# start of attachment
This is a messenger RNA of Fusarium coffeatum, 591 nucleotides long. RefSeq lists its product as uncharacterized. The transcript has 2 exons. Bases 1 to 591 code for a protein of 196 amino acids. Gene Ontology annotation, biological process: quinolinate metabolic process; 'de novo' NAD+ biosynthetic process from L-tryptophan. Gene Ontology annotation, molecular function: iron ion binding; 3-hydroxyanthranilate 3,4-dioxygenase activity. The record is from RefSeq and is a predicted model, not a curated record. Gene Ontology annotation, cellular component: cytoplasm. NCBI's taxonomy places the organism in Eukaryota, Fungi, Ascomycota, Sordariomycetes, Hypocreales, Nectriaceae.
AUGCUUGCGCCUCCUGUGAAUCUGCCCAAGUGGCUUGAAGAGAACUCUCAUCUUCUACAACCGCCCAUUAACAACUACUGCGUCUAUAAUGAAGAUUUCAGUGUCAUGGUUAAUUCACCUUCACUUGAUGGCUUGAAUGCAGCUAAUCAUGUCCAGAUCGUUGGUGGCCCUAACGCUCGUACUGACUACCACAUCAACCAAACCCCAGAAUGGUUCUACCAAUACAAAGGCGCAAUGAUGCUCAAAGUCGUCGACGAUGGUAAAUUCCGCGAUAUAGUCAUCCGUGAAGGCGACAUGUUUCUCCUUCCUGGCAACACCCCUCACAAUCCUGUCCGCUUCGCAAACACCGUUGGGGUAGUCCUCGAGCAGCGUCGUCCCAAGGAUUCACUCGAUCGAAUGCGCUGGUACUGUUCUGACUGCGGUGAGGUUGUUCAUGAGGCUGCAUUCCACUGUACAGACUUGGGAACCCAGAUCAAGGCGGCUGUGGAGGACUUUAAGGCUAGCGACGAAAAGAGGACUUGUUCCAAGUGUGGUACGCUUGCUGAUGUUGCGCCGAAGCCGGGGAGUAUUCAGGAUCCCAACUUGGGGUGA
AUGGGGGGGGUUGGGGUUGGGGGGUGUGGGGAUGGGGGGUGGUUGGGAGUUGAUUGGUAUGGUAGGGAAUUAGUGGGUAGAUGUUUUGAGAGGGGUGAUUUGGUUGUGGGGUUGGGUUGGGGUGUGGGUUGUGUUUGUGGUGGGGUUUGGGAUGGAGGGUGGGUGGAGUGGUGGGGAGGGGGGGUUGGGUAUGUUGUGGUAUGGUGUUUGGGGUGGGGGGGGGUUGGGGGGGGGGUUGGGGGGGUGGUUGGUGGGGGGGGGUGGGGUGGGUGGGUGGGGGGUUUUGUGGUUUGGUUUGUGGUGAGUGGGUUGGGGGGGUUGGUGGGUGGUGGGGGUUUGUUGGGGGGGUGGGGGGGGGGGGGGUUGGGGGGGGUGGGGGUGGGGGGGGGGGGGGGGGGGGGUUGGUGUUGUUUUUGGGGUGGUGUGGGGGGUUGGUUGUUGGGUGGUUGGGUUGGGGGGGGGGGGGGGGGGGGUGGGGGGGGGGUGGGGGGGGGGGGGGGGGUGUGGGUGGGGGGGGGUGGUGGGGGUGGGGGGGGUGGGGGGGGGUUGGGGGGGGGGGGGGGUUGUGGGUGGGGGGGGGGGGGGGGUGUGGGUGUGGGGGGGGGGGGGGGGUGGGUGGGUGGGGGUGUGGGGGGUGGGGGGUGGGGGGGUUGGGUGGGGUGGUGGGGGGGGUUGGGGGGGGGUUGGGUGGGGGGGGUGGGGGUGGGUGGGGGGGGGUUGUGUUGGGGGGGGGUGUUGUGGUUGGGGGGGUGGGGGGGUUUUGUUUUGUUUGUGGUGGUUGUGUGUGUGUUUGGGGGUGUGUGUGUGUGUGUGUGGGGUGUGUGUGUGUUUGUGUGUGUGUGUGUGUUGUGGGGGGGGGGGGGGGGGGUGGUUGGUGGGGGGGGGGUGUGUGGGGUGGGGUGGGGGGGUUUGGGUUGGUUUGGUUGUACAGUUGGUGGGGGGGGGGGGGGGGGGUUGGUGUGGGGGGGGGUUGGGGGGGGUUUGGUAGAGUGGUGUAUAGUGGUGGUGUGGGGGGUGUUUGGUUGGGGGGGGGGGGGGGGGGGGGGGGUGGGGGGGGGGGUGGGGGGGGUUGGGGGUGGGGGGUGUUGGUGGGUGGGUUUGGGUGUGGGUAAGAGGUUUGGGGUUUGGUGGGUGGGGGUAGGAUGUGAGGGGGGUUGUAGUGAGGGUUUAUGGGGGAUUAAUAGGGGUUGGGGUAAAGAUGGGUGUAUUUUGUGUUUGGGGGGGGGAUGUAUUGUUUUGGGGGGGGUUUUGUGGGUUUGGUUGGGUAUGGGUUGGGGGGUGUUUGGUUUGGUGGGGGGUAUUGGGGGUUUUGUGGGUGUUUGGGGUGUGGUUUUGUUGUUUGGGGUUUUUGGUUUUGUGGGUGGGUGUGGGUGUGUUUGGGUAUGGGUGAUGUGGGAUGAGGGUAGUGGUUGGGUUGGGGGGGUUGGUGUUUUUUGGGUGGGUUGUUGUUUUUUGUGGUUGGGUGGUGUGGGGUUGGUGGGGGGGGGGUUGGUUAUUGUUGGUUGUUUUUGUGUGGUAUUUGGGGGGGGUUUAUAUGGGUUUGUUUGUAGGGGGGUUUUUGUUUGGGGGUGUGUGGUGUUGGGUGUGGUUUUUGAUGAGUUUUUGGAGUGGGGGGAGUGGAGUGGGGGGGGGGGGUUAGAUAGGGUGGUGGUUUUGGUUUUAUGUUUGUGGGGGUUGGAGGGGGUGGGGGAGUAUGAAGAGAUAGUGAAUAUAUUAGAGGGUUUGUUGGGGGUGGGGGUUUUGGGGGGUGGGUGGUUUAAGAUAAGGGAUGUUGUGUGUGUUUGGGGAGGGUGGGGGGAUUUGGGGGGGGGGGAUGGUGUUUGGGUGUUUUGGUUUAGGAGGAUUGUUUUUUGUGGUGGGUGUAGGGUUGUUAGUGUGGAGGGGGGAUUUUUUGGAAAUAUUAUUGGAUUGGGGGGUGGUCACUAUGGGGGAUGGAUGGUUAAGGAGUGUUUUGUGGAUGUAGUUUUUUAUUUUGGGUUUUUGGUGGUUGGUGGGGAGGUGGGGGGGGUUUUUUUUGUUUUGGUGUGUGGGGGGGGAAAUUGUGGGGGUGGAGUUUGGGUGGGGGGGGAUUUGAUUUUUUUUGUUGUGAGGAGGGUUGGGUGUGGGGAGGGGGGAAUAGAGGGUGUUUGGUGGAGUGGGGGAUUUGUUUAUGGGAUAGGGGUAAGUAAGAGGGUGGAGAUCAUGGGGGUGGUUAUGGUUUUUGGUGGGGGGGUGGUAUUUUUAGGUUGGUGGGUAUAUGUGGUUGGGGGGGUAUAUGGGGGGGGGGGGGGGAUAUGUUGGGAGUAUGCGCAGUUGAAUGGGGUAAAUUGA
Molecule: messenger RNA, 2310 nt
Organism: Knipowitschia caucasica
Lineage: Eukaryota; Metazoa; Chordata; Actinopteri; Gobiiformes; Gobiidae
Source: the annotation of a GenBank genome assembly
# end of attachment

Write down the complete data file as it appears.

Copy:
This is a messenger RNA of Fusarium coffeatum, 591 nucleotides long. RefSeq lists its product as uncharacterized. The transcript has 2 exons. Bases 1 to 591 code for a protein of 196 amino acids. Gene Ontology annotation, biological process: quinolinate metabolic process; 'de novo' NAD+ biosynthetic process from L-tryptophan. Gene Ontology annotation, molecular function: iron ion binding; 3-hydroxyanthranilate 3,4-dioxygenase activity. The record is from RefSeq and is a predicted model, not a curated record. Gene Ontology annotation, cellular component: cytoplasm. NCBI's taxonomy places the organism in Eukaryota, Fungi, Ascomycota, Sordariomycetes, Hypocreales, Nectriaceae.
AUGCUUGCGCCUCCUGUGAAUCUGCCCAAGUGGCUUGAAGAGAACUCUCAUCUUCUACAACCGCCCAUUAACAACUACUGCGUCUAUAAUGAAGAUUUCAGUGUCAUGGUUAAUUCACCUUCACUUGAUGGCUUGAAUGCAGCUAAUCAUGUCCAGAUCGUUGGUGGCCCUAACGCUCGUACUGACUACCACAUCAACCAAACCCCAGAAUGGUUCUACCAAUACAAAGGCGCAAUGAUGCUCAAAGUCGUCGACGAUGGUAAAUUCCGCGAUAUAGUCAUCCGUGAAGGCGACAUGUUUCUCCUUCCUGGCAACACCCCUCACAAUCCUGUCCGCUUCGCAAACACCGUUGGGGUAGUCCUCGAGCAGCGUCGUCCCAAGGAUUCACUCGAUCGAAUGCGCUGGUACUGUUCUGACUGCGGUGAGGUUGUUCAUGAGGCUGCAUUCCACUGUACAGACUUGGGAACCCAGAUCAAGGCGGCUGUGGAGGACUUUAAGGCUAGCGACGAAAAGAGGACUUGUUCCAAGUGUGGUACGCUUGCUGAUGUUGCGCCGAAGCCGGGGAGUAUUCAGGAUCCCAACUUGGGGUGA
AUGGGGGGGGUUGGGGUUGGGGGGUGUGGGGAUGGGGGGUGGUUGGGAGUUGAUUGGUAUGGUAGGGAAUUAGUGGGUAGAUGUUUUGAGAGGGGUGAUUUGGUUGUGGGGUUGGGUUGGGGUGUGGGUUGUGUUUGUGGUGGGGUUUGGGAUGGAGGGUGGGUGGAGUGGUGGGGAGGGGGGGUUGGGUAUGUUGUGGUAUGGUGUUUGGGGUGGGGGGGGGUUGGGGGGGGGGUUGGGGGGGUGGUUGGUGGGGGGGGGUGGGGUGGGUGGGUGGGGGGUUUUGUGGUUUGGUUUGUGGUGAGUGGGUUGGGGGGGUUGGUGGGUGGUGGGGGUUUGUUGGGGGGGUGGGGGGGGGGGGGGUUGGGGGGGGUGGGGGUGGGGGGGGGGGGGGGGGGGGGUUGGUGUUGUUUUUGGGGUGGUGUGGGGGGUUGGUUGUUGGGUGGUUGGGUUGGGGGGGGGGGGGGGGGGGGUGGGGGGGGGGUGGGGGGGGGGGGGGGGGUGUGGGUGGGGGGGGGUGGUGGGGGUGGGGGGGGUGGGGGGGGGUUGGGGGGGGGGGGGGGUUGUGGGUGGGGGGGGGGGGGGGGUGUGGGUGUGGGGGGGGGGGGGGGGUGGGUGGGUGGGGGUGUGGGGGGUGGGGGGUGGGGGGGUUGGGUGGGGUGGUGGGGGGGGUUGGGGGGGGGUUGGGUGGGGGGGGUGGGGGUGGGUGGGGGGGGGUUGUGUUGGGGGGGGGUGUUGUGGUUGGGGGGGUGGGGGGGUUUUGUUUUGUUUGUGGUGGUUGUGUGUGUGUUUGGGGGUGUGUGUGUGUGUGUGUGGGGUGUGUGUGUGUUUGUGUGUGUGUGUGUGUUGUGGGGGGGGGGGGGGGGGGUGGUUGGUGGGGGGGGGGUGUGUGGGGUGGGGUGGGGGGGUUUGGGUUGGUUUGGUUGUACAGUUGGUGGGGGGGGGGGGGGGGGGUUGGUGUGGGGGGGGGUUGGGGGGGGUUUGGUAGAGUGGUGUAUAGUGGUGGUGUGGGGGGUGUUUGGUUGGGGGGGGGGGGGGGGGGGGGGGGUGGGGGGGGGGGUGGGGGGGGUUGGGGGUGGGGGGUGUUGGUGGGUGGGUUUGGGUGUGGGUAAGAGGUUUGGGGUUUGGUGGGUGGGGGUAGGAUGUGAGGGGGGUUGUAGUGAGGGUUUAUGGGGGAUUAAUAGGGGUUGGGGUAAAGAUGGGUGUAUUUUGUGUUUGGGGGGGGGAUGUAUUGUUUUGGGGGGGGUUUUGUGGGUUUGGUUGGGUAUGGGUUGGGGGGUGUUUGGUUUGGUGGGGGGUAUUGGGGGUUUUGUGGGUGUUUGGGGUGUGGUUUUGUUGUUUGGGGUUUUUGGUUUUGUGGGUGGGUGUGGGUGUGUUUGGGUAUGGGUGAUGUGGGAUGAGGGUAGUGGUUGGGUUGGGGGGGUUGGUGUUUUUUGGGUGGGUUGUUGUUUUUUGUGGUUGGGUGGUGUGGGGUUGGUGGGGGGGGGGUUGGUUAUUGUUGGUUGUUUUUGUGUGGUAUUUGGGGGGGGUUUAUAUGGGUUUGUUUGUAGGGGGGUUUUUGUUUGGGGGUGUGUGGUGUUGGGUGUGGUUUUUGAUGAGUUUUUGGAGUGGGGGGAGUGGAGUGGGGGGGGGGGGUUAGAUAGGGUGGUGGUUUUGGUUUUAUGUUUGUGGGGGUUGGAGGGGGUGGGGGAGUAUGAAGAGAUAGUGAAUAUAUUAGAGGGUUUGUUGGGGGUGGGGGUUUUGGGGGGUGGGUGGUUUAAGAUAAGGGAUGUUGUGUGUGUUUGGGGAGGGUGGGGGGAUUUGGGGGGGGGGGAUGGUGUUUGGGUGUUUUGGUUUAGGAGGAUUGUUUUUUGUGGUGGGUGUAGGGUUGUUAGUGUGGAGGGGGGAUUUUUUGGAAAUAUUAUUGGAUUGGGGGGUGGUCACUAUGGGGGAUGGAUGGUUAAGGAGUGUUUUGUGGAUGUAGUUUUUUAUUUUGGGUUUUUGGUGGUUGGUGGGGAGGUGGGGGGGGUUUUUUUUGUUUUGGUGUGUGGGGGGGGAAAUUGUGGGGGUGGAGUUUGGGUGGGGGGGGAUUUGAUUUUUUUUGUUGUGAGGAGGGUUGGGUGUGGGGAGGGGGGAAUAGAGGGUGUUUGGUGGAGUGGGGGAUUUGUUUAUGGGAUAGGGGUAAGUAAGAGGGUGGAGAUCAUGGGGGUGGUUAUGGUUUUUGGUGGGGGGGUGGUAUUUUUAGGUUGGUGGGUAUAUGUGGUUGGGGGGGUAUAUGGGGGGGGGGGGGGGAUAUGUUGGGAGUAUGCGCAGUUGAAUGGGGUAAAUUGA
Molecule: messenger RNA, 2310 nt
Organism: Knipowitschia caucasica
Lineage: Eukaryota; Metazoa; Chordata; Actinopteri; Gobiiformes; Gobiidae
Source: the annotation of a GenBank genome assembly